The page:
Figure 2

Relative expression of plakoglobin and e-cadherin compared with GAPDH ± SEM before and after siRNA knockdown. (A) Scramble sequence or miRNA cassette 2 in MCF7 cells; (B) scramble sequence or miRNA cassette 3 in MCF7 cells; and (C) scramble sequence or miRNA cassette 2 in T47D cells. (D) Western blots showing γ-catenin and e-cadherin expression after transfection with scramble sequence or miRNA cassettes 2 and 3. (E) Immunohistochemical staining for γ-catenin, e-cadherin, and β-catenin (green). In the control cells, γ-catenin, e-cadherin, and β-catenin are expressed on the cell surface clearly demarcating the cell-cell junctions. In the knockdown lines, γ-catenin staining is reduced, and e-cadherin and β-catenin are detected in the nucleus and the cytoplasm.

Real-time PCR analysis showed that knockdown of plakoglobin had no effect on total e-cadherin (Figure 2A, B, C). However, protein levels were decreased by 6% in MCF7 2A-1 and 6.5% in 3C-3 cells, whereas e-cadherin was increased by 13% in T47D 2A-4 cells, when normalized to RNA polymerase, compared with control (Figure 2D). Importantly, knockdown of plakoglobin resulted in the translocation of the cell-cell adhesion proteins e-cadherin and β-catenin from the cell membrane into the nucleus and cytoplasm (Figure 2E).

Reduced expression of plakoglobin increases proliferation

Reduced expression of plakoglobin resulted in a significant increase in proliferation of both MCF7 and T47D cells. In MCF7 cells a >80% reduction in plakoglobin led to a 2.5-fold increase in proliferation at 72 hours and a threefold increase at 96 hours compared with scramble sequence, with no significant difference between miRNA clones detected (P < 0.005 at 72 hours and P < 0.001 at 96 hours for 2A-1 and 3C-3) (Figure 3A). In T47D cells in which plakoglobin expression was reduced by 90%, proliferation was further increased with a twofold increase in numbers of cells at 48 hours (P < 0.005), a threefold increase at 72 hours (P < 0.005) and a fourfold increase at 96 hours (P < 0.0001) compared with control (Figure 3B). Furthermore, T47D 2A-4 cells showed significantly increased proliferation compared with control than did MCF7 2A-1 or 3C-3 clones (P < 0.005).
Figure 3

Growth curves of control and knockdown cells. Mean ± SEM for (A) MCF7 and (B) T47D control and plakoglobin knockdown cells. (C, D) Relative expression of plakoglobin over the 96-hour time course of the cell-proliferation experiment in control and knockdown MCF7 and T47D cells, respectively. (E, F) The effects of plakoglobin expression on tumor cell adhesion. (E) Spheroid formation and (F) the percentage of cells adhering to a confluent monolayer of cells of an identical cell type after 2 hours of co-culture. Data shown are expressed as mean ± SEM (*P < 0.005, by one-way ANOVA followed by the Dunnett two-sided multiple comparison test).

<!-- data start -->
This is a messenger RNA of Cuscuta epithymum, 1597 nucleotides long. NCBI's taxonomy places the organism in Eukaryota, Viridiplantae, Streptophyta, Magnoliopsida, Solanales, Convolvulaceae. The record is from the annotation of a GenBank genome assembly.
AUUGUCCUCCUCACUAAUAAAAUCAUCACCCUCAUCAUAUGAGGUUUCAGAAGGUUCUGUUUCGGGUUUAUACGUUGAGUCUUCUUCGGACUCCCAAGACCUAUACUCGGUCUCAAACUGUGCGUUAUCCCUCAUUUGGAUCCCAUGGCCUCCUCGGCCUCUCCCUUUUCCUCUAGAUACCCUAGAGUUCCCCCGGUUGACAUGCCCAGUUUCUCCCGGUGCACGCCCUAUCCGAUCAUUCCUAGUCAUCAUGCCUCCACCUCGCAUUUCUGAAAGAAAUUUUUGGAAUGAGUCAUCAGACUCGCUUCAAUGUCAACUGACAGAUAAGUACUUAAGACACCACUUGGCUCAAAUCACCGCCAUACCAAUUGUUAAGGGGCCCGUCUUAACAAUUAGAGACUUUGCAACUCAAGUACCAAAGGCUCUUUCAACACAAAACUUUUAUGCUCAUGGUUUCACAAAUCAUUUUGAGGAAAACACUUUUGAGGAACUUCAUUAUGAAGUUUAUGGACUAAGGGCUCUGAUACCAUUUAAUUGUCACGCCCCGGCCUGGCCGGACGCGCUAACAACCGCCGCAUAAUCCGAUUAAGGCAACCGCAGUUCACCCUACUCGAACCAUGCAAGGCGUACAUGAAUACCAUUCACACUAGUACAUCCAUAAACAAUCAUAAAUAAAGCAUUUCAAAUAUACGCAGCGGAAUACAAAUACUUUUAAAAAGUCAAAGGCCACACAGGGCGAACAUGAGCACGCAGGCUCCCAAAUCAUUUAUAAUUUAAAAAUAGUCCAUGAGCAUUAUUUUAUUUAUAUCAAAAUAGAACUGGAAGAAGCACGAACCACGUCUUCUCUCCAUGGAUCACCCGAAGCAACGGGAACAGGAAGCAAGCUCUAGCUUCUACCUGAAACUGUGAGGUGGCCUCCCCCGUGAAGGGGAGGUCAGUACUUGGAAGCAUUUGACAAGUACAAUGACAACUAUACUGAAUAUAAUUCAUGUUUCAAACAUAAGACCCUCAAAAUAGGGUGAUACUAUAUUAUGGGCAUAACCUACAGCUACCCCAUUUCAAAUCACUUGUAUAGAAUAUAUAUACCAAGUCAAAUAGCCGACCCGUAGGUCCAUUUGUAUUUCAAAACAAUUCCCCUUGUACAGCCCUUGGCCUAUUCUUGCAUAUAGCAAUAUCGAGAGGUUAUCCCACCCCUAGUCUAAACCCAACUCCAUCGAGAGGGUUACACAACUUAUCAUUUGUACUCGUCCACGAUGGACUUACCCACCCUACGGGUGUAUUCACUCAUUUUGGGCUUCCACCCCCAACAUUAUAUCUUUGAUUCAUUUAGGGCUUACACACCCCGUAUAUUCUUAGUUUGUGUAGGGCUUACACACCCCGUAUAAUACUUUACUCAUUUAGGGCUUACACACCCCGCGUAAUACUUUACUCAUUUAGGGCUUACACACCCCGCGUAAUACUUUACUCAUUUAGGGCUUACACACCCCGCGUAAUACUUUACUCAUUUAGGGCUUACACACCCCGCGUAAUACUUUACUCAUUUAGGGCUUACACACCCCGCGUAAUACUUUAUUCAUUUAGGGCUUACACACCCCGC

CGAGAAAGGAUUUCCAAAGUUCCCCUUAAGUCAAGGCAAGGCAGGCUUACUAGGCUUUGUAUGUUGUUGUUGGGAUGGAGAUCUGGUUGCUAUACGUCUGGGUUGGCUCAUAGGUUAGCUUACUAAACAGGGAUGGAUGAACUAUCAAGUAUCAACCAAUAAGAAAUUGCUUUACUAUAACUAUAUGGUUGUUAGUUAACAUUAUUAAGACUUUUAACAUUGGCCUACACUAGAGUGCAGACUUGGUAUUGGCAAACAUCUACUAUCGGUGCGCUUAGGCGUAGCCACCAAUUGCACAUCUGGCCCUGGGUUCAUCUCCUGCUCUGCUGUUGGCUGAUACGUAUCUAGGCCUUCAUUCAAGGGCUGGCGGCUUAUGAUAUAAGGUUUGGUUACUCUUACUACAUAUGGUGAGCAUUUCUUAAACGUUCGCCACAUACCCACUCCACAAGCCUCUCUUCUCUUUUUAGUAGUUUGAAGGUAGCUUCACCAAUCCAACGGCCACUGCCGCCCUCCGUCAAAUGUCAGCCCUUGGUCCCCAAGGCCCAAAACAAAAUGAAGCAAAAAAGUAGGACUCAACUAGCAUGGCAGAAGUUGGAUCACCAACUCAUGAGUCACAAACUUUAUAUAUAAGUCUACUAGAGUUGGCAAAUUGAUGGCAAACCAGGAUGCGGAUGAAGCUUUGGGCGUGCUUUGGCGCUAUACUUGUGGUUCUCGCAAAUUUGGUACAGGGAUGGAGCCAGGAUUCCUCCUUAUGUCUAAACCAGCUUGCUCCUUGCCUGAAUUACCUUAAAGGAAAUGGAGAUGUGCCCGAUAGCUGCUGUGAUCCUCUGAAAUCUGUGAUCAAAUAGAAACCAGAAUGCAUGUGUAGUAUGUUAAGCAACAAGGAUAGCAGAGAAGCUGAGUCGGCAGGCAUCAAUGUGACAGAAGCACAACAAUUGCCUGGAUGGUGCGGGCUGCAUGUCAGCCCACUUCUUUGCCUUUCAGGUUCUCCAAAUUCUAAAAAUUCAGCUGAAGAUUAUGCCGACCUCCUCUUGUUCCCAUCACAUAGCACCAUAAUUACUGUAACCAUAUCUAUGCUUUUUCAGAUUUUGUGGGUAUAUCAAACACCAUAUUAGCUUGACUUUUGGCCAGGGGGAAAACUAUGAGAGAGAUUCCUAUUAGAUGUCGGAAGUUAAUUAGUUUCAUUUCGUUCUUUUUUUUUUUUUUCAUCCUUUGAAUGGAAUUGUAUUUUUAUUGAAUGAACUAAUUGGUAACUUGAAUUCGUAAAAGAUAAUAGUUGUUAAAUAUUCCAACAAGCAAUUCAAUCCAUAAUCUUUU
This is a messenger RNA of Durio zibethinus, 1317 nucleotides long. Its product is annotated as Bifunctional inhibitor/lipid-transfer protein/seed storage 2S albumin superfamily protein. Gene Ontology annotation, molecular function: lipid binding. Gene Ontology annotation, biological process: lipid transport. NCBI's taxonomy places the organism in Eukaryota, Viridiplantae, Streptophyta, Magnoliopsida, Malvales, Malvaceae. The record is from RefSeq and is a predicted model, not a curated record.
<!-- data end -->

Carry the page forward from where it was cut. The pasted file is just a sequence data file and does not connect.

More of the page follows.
To ensure that miRNA knockdown was stable over time, the levels of plakoglobin in tumor cells were analyzed at 24, 48, 72, and 96 hours for each cell-proliferation study. Figure 1C and 1D show that plakoglobin is constitutively reduced in MCF7 and T47D miRNA knockdown cells compared with control, and these cells were used in the subsequent experiments.

Reduced plakoglobin reduces cell-cell adhesion

A key early step in the metastatic process is the breaking away and dissemination of cells from the primary tumor mass. To investigate the effect of plakoglobin expression on cell-cell adhesion, we analyzed the ability of control and knockdown cell lines to form three-dimensional spheroid structures in agar. Figure 3E shows control MCF7 cells growing as spheroids on agar, demonstrating that these cells were able to form extensive bonds with surrounding cells. Control T47D, which expressed sixfold more plakoglobin than did control MCF7 cells (see Figure 1A), grew as a much tighter spheroid. Reducing plakoglobin levels resulted in a complete loss of spheroid formation in MCF7 cells; both 2A-1 and 3C-3 cells grew as monolayers across the surface of the agar, indicating that these cell lines no longer form strong intercellular bonds. Similarly, reducing plakoglobin in T47D cells resulted in decreased cell-cell adhesion, with 2A-4 cells growing in a less-compact spheroid formation than control cells and cells at the edge of the spheroid growing in a monolayer. The reduced cell-cell adhesion after loss of plakoglobin was confirmed by measuring the ability of DiD-labeled control and knockdown cells to adhere to a confluent cell monolayer of the corresponding cell type. Measurement of the percentage of cells binding to a monolayer after 2 hours (Figure 3F) showed that 19.23% ± 2.6% of DiD-labeled MCF7 control cells bound to unlabeled control cells, compared with 2.71% ± 0.30% MCF7 2A-1 cells binding to unlabeled 2A-1 cells and 2.54% ± 0.26% 3C-3 cells binding to unlabeled cells. In addition, T47D control cells were significantly more adhesive than T47D 2A-4 cells; 19.01% ± 2.79% of control cells adhered to a monolayer of the same cell type compared with 4.21% ± 1.06% of 2A-4 cells (P < 0.005), demonstrating that reduced expression of plakoglobin significantly reduces cell-cell adhesion.